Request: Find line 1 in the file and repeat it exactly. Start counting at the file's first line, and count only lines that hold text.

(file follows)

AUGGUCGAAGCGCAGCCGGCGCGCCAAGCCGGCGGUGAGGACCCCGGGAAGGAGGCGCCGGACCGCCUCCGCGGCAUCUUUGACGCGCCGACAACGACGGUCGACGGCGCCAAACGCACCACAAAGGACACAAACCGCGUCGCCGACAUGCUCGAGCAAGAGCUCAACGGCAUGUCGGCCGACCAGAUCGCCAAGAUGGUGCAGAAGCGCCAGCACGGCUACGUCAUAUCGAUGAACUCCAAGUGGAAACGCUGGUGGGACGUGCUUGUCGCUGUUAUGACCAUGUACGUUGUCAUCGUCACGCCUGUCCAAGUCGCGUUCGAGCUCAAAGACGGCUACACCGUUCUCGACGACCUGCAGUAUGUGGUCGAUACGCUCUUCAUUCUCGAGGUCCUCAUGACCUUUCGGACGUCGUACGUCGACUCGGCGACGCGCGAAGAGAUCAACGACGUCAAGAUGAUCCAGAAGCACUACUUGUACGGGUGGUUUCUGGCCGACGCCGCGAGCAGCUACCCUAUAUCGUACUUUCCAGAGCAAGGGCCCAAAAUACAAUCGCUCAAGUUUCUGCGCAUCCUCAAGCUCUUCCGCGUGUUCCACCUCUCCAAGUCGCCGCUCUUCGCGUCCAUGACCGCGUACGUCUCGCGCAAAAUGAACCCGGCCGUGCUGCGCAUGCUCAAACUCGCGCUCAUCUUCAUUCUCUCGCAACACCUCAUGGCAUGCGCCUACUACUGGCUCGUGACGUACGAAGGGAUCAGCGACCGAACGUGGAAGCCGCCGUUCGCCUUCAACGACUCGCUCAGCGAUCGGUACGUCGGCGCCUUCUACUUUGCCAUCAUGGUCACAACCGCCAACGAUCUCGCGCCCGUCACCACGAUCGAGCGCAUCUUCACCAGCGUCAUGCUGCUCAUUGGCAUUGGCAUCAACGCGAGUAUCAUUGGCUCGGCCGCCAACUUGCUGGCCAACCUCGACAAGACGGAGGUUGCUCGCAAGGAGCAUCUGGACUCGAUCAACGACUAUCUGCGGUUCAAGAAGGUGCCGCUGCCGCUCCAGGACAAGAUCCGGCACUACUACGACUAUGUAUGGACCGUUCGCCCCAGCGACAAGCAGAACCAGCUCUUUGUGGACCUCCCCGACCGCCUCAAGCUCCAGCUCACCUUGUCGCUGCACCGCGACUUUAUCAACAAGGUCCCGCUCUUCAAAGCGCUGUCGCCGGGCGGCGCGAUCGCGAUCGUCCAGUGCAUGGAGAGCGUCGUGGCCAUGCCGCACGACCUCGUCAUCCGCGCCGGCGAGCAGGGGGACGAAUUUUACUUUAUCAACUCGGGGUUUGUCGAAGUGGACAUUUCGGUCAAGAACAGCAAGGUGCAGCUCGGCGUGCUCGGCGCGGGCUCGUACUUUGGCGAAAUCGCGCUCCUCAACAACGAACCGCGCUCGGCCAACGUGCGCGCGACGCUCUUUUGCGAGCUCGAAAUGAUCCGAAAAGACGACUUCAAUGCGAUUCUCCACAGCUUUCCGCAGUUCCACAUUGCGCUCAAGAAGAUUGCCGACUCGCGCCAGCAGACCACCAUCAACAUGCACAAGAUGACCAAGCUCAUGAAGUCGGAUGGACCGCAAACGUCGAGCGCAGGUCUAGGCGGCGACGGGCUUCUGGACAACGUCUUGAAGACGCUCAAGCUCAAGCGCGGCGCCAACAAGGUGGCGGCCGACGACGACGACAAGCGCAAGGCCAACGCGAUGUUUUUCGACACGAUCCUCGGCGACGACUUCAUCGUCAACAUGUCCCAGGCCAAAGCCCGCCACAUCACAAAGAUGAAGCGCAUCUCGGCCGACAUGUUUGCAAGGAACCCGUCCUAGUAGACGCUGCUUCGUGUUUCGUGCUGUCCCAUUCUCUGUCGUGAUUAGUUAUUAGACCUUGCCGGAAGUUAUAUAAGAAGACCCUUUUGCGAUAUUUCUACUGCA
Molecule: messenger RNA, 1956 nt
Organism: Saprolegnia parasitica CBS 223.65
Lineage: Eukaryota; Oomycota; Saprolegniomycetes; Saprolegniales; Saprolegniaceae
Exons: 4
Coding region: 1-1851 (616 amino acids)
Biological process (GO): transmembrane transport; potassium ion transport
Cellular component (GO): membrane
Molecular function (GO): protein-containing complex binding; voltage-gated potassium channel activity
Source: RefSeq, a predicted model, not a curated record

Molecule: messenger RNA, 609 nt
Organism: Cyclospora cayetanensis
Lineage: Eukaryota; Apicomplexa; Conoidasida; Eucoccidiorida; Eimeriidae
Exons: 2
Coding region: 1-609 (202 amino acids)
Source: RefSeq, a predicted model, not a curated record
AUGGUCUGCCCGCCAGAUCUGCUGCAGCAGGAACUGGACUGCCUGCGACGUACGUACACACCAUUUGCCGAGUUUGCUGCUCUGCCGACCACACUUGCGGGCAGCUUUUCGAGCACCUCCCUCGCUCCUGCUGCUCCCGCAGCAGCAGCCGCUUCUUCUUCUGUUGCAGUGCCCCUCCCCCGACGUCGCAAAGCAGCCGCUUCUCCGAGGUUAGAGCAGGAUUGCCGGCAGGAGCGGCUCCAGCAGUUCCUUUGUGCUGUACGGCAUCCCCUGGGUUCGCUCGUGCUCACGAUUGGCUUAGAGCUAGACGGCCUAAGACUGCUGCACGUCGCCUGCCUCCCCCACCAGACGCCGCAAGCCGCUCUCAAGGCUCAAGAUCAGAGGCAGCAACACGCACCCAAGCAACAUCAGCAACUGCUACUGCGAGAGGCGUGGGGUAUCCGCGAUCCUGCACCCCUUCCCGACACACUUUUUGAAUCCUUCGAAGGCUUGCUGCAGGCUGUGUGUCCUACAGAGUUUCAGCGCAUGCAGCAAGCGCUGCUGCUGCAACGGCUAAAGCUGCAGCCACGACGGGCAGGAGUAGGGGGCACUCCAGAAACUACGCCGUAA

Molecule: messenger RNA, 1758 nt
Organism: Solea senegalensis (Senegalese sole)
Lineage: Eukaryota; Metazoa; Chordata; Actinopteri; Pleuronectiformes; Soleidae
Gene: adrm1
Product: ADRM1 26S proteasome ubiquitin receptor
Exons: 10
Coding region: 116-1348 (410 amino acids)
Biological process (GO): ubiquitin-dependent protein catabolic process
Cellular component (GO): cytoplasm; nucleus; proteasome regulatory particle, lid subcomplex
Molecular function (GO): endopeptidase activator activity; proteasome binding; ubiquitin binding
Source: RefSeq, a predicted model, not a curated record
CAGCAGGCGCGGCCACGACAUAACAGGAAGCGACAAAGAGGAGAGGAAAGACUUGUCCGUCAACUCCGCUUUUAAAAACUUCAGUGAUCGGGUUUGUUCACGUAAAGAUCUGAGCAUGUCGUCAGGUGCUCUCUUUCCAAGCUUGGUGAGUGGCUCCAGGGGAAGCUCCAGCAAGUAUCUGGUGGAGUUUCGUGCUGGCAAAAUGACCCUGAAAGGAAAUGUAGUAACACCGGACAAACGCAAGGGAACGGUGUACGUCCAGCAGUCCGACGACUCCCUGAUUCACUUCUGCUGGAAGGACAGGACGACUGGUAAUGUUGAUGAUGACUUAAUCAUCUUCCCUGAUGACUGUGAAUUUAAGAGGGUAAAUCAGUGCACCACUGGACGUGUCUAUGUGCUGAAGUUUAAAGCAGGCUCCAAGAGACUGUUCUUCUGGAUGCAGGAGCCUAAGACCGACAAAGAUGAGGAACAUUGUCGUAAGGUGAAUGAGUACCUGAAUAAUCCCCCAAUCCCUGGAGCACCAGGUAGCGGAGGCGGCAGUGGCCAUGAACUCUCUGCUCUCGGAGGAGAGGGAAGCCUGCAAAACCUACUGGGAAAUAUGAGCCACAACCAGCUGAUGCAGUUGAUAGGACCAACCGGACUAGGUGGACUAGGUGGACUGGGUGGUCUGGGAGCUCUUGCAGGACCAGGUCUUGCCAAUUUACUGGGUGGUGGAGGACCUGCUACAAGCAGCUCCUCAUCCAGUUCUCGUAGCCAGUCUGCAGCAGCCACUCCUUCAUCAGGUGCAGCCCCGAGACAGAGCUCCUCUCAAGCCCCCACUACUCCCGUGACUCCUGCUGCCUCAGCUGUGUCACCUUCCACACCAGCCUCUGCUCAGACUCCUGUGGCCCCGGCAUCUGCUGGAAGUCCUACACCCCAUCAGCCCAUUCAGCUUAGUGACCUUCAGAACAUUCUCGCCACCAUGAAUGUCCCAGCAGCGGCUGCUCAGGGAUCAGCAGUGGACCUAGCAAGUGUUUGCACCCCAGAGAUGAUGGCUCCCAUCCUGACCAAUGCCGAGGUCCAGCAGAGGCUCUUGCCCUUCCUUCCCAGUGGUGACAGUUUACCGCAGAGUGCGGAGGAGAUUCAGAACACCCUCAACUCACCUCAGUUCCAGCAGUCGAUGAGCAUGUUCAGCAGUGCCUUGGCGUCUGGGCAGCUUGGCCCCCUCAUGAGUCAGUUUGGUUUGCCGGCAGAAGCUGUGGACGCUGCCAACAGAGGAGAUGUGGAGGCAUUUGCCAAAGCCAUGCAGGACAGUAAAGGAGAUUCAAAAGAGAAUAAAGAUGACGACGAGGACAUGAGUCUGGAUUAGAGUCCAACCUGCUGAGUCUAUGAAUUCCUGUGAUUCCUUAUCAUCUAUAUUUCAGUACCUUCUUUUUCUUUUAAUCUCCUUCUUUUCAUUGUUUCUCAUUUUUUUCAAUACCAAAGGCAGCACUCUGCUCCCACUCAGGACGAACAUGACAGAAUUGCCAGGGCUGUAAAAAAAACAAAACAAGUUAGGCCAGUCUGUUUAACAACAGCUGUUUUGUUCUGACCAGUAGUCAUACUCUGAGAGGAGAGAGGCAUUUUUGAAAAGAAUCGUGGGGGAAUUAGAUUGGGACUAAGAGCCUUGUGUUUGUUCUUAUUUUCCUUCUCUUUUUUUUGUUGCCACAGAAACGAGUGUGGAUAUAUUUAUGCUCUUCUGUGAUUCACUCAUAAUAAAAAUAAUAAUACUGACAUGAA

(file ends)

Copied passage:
AUGGUCGAAGCGCAGCCGGCGCGCCAAGCCGGCGGUGAGGACCCCGGGAAGGAGGCGCCGGACCGCCUCCGCGGCAUCUUUGACGCGCCGACAACGACGGUCGACGGCGCCAAACGCACCACAAAGGACACAAACCGCGUCGCCGACAUGCUCGAGCAAGAGCUCAACGGCAUGUCGGCCGACCAGAUCGCCAAGAUGGUGCAGAAGCGCCAGCACGGCUACGUCAUAUCGAUGAACUCCAAGUGGAAACGCUGGUGGGACGUGCUUGUCGCUGUUAUGACCAUGUACGUUGUCAUCGUCACGCCUGUCCAAGUCGCGUUCGAGCUCAAAGACGGCUACACCGUUCUCGACGACCUGCAGUAUGUGGUCGAUACGCUCUUCAUUCUCGAGGUCCUCAUGACCUUUCGGACGUCGUACGUCGACUCGGCGACGCGCGAAGAGAUCAACGACGUCAAGAUGAUCCAGAAGCACUACUUGUACGGGUGGUUUCUGGCCGACGCCGCGAGCAGCUACCCUAUAUCGUACUUUCCAGAGCAAGGGCCCAAAAUACAAUCGCUCAAGUUUCUGCGCAUCCUCAAGCUCUUCCGCGUGUUCCACCUCUCCAAGUCGCCGCUCUUCGCGUCCAUGACCGCGUACGUCUCGCGCAAAAUGAACCCGGCCGUGCUGCGCAUGCUCAAACUCGCGCUCAUCUUCAUUCUCUCGCAACACCUCAUGGCAUGCGCCUACUACUGGCUCGUGACGUACGAAGGGAUCAGCGACCGAACGUGGAAGCCGCCGUUCGCCUUCAACGACUCGCUCAGCGAUCGGUACGUCGGCGCCUUCUACUUUGCCAUCAUGGUCACAACCGCCAACGAUCUCGCGCCCGUCACCACGAUCGAGCGCAUCUUCACCAGCGUCAUGCUGCUCAUUGGCAUUGGCAUCAACGCGAGUAUCAUUGGCUCGGCCGCCAACUUGCUGGCCAACCUCGACAAGACGGAGGUUGCUCGCAAGGAGCAUCUGGACUCGAUCAACGACUAUCUGCGGUUCAAGAAGGUGCCGCUGCCGCUCCAGGACAAGAUCCGGCACUACUACGACUAUGUAUGGACCGUUCGCCCCAGCGACAAGCAGAACCAGCUCUUUGUGGACCUCCCCGACCGCCUCAAGCUCCAGCUCACCUUGUCGCUGCACCGCGACUUUAUCAACAAGGUCCCGCUCUUCAAAGCGCUGUCGCCGGGCGGCGCGAUCGCGAUCGUCCAGUGCAUGGAGAGCGUCGUGGCCAUGCCGCACGACCUCGUCAUCCGCGCCGGCGAGCAGGGGGACGAAUUUUACUUUAUCAACUCGGGGUUUGUCGAAGUGGACAUUUCGGUCAAGAACAGCAAGGUGCAGCUCGGCGUGCUCGGCGCGGGCUCGUACUUUGGCGAAAUCGCGCUCCUCAACAACGAACCGCGCUCGGCCAACGUGCGCGCGACGCUCUUUUGCGAGCUCGAAAUGAUCCGAAAAGACGACUUCAAUGCGAUUCUCCACAGCUUUCCGCAGUUCCACAUUGCGCUCAAGAAGAUUGCCGACUCGCGCCAGCAGACCACCAUCAACAUGCACAAGAUGACCAAGCUCAUGAAGUCGGAUGGACCGCAAACGUCGAGCGCAGGUCUAGGCGGCGACGGGCUUCUGGACAACGUCUUGAAGACGCUCAAGCUCAAGCGCGGCGCCAACAAGGUGGCGGCCGACGACGACGACAAGCGCAAGGCCAACGCGAUGUUUUUCGACACGAUCCUCGGCGACGACUUCAUCGUCAACAUGUCCCAGGCCAAAGCCCGCCACAUCACAAAGAUGAAGCGCAUCUCGGCCGACAUGUUUGCAAGGAACCCGUCCUAGUAGACGCUGCUUCGUGUUUCGUGCUGUCCCAUUCUCUGUCGUGAUUAGUUAUUAGACCUUGCCGGAAGUUAUAUAAGAAGACCCUUUUGCGAUAUUUCUACUGCA